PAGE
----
Max Scherzer's debut was impressive, but it was shaping up to be something special even if thoughts of a no-hitter in the sixth inning were a bit premature. After issuing a leadoff walk to New York Mets' leadoff man Curtis Granderson in the first at bat of the game, Washington's 30-year-old right-hander retired seventeen straight batters before he issued his second walk of the game to Granderson.
An error by Ian Desmond on a pop-up to second by David Wright in the next at bat and a two-run single to right-center by Lucas Duda followed, providing the margin of victory in what ended up a 3-1 loss for the Nationals.
The Mets' third run scored on an RBI triple by catcher Travis d'Arnaud that Michael Taylor tracked to the wall in center but didn't catch. Juan Lagares scored from first on d'Arnaud's hit after reaching on Desmond's second error of the game.
Scherzer ended up going 7 ⅔ innings, giving up four hits, three runs, all unearned and two walks, striking out eight and throwing 97 pitches, 71 for strikes.
"I thought he pitched really well," Nats' skipper Matt Williams told reporters after the loss. "First hit he gave up was the difference in the game. Miscue behind him, that was the difference today. He was really good, as advertised."
It was the difference because the Nationals' offense struggled against Mets' starter Bartolo Colon connecting for just three hits and one earned run which came on Bryce Harper's home run to right in the fourth.
The Nationals struck out eight times in Colon's six innings of work, and came up hitless against the Mets' bullpen.
Two runners reached with one out in the first, with Michael Taylor singling and Yunel Escobar reaching on an error by Mets' second baseman Daniel Murphy, but Harper and Ryan Zimmerman K'd swinging and Wilson Ramos grounded out to second to end the threat.
"Early on... in the first inning we had a chance and didn't get it," Williams said, "but just keep putting pressure like that on the opposing team and we'll take our chances in that regard."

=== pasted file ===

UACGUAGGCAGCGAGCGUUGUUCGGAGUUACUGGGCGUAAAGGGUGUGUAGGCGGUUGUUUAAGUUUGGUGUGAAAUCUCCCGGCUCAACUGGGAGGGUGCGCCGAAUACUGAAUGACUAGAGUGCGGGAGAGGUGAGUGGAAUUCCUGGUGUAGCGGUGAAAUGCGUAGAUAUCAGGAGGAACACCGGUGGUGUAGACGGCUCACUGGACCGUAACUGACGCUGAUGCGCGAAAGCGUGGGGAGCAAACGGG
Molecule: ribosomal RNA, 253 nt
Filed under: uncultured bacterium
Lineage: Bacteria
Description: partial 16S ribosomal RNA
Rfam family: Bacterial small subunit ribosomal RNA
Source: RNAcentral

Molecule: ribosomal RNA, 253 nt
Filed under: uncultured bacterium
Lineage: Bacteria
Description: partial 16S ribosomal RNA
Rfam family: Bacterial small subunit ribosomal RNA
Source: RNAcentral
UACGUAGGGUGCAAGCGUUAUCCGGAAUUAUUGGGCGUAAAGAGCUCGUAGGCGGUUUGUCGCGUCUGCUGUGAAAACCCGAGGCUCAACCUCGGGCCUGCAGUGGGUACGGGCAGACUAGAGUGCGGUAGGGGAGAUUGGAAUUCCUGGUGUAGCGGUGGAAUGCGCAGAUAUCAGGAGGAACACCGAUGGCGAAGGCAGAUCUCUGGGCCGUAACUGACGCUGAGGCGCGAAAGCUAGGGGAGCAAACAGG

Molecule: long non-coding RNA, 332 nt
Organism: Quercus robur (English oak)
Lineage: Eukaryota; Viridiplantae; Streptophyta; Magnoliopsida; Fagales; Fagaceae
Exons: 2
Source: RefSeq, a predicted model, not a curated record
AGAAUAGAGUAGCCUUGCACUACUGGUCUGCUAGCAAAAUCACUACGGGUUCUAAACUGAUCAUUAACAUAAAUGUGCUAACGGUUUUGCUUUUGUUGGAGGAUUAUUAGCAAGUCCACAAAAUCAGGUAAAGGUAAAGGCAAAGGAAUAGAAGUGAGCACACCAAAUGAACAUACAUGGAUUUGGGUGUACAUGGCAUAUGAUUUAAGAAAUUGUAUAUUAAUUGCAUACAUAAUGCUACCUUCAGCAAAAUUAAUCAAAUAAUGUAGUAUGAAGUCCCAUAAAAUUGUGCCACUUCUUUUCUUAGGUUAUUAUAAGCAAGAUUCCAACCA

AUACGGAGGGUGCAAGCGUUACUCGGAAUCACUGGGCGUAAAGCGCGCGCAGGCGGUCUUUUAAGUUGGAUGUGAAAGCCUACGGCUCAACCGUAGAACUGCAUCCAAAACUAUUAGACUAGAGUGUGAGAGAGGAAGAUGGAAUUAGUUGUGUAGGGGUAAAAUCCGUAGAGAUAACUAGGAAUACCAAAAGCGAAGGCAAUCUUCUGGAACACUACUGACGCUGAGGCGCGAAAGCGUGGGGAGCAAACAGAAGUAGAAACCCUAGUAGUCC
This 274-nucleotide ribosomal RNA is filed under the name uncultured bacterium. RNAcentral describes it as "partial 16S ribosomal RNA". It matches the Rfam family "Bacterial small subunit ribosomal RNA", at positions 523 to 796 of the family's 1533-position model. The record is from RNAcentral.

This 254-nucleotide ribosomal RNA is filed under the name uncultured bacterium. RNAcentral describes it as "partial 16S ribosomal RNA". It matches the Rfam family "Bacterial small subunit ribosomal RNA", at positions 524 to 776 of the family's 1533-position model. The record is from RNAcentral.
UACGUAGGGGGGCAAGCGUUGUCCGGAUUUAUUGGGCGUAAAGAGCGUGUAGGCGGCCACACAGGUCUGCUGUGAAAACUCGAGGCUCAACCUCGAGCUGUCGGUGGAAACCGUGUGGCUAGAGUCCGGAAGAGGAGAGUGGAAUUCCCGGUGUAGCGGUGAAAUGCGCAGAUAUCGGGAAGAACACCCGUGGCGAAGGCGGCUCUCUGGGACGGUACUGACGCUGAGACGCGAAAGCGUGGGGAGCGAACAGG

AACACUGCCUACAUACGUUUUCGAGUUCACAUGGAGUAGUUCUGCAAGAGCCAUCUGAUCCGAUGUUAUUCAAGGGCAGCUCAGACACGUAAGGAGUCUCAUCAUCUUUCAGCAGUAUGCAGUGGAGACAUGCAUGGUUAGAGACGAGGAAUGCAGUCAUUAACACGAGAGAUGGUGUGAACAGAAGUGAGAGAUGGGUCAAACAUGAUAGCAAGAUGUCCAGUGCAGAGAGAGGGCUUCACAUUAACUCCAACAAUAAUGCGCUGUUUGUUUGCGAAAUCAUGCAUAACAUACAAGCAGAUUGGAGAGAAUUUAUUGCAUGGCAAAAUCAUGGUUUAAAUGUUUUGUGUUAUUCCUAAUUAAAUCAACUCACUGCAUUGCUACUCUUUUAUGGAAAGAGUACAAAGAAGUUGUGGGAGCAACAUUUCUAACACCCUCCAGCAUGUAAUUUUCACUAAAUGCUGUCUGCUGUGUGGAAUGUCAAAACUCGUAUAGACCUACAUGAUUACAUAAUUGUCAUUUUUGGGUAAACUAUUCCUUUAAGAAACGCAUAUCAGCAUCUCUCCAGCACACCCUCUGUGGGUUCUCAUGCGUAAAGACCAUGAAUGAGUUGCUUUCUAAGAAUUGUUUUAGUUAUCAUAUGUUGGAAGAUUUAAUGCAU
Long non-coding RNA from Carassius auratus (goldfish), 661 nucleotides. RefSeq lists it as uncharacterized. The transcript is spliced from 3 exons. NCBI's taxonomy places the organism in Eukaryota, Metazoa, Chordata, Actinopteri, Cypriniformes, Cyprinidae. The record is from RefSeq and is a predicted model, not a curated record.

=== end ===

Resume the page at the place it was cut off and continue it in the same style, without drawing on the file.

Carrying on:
The Nats' second-year skipper, as he did throughout his first season on the bench in the nation's capital, stressed that he believes as long as his hitters keep generating chances the runs will come.
"We just want to keep providing ourselves these opportunities," he said. "We'll come through, but keep providing those for us and we'll take our chances."
The Nationals will, however, have to try to generate opportunities with the hitters they have available until Jayson Werth, Denard Span and Anthony Rendon are back in the lineup.
"Any time you're missing your main guys, 1-2-3 hitters, you want to take advantage of opportunities," Williams said. "But we just need to continue to give ourselves those opportunities."
So when will the Nationals' 1-2-3 hitters be available again? Williams talked about the Nats' injured players before the season opener.
"Jayson's here," Williams said. "Denard is here. Jayson has been playing in games, getting live at-bats. Denard will start getting live at-bats. He's been in games. Played a little bit of defense from a minor league perspective in minor leagues games. He'll start getting live at-bats. We'll run him through some stuff in the next couple days.
"We have this lull betwteen today and the ninth when the minor league season starts, so we have them here and we'll work them out over the next three days and send them out for rehab assignments.
"Then Anthony, of course, is week to week. He's doing exercises, he's doing the things he needs to do, but that injury does take some time to heal."
"I think Jayson's probably the closest," Williams continued, "but Denard is going through a full workout and playing in those minor league games. It's a little bit spring-training-esque for him right now where we'll get him three innings we'll get him to five innings and then get him out on a rehab assignment to build up and start playing in games.
"Jayson's closer. Anthony's probably the furthest away, but that can change this week. If he starts feeling good, then we can start ramping him up and getting him going as well."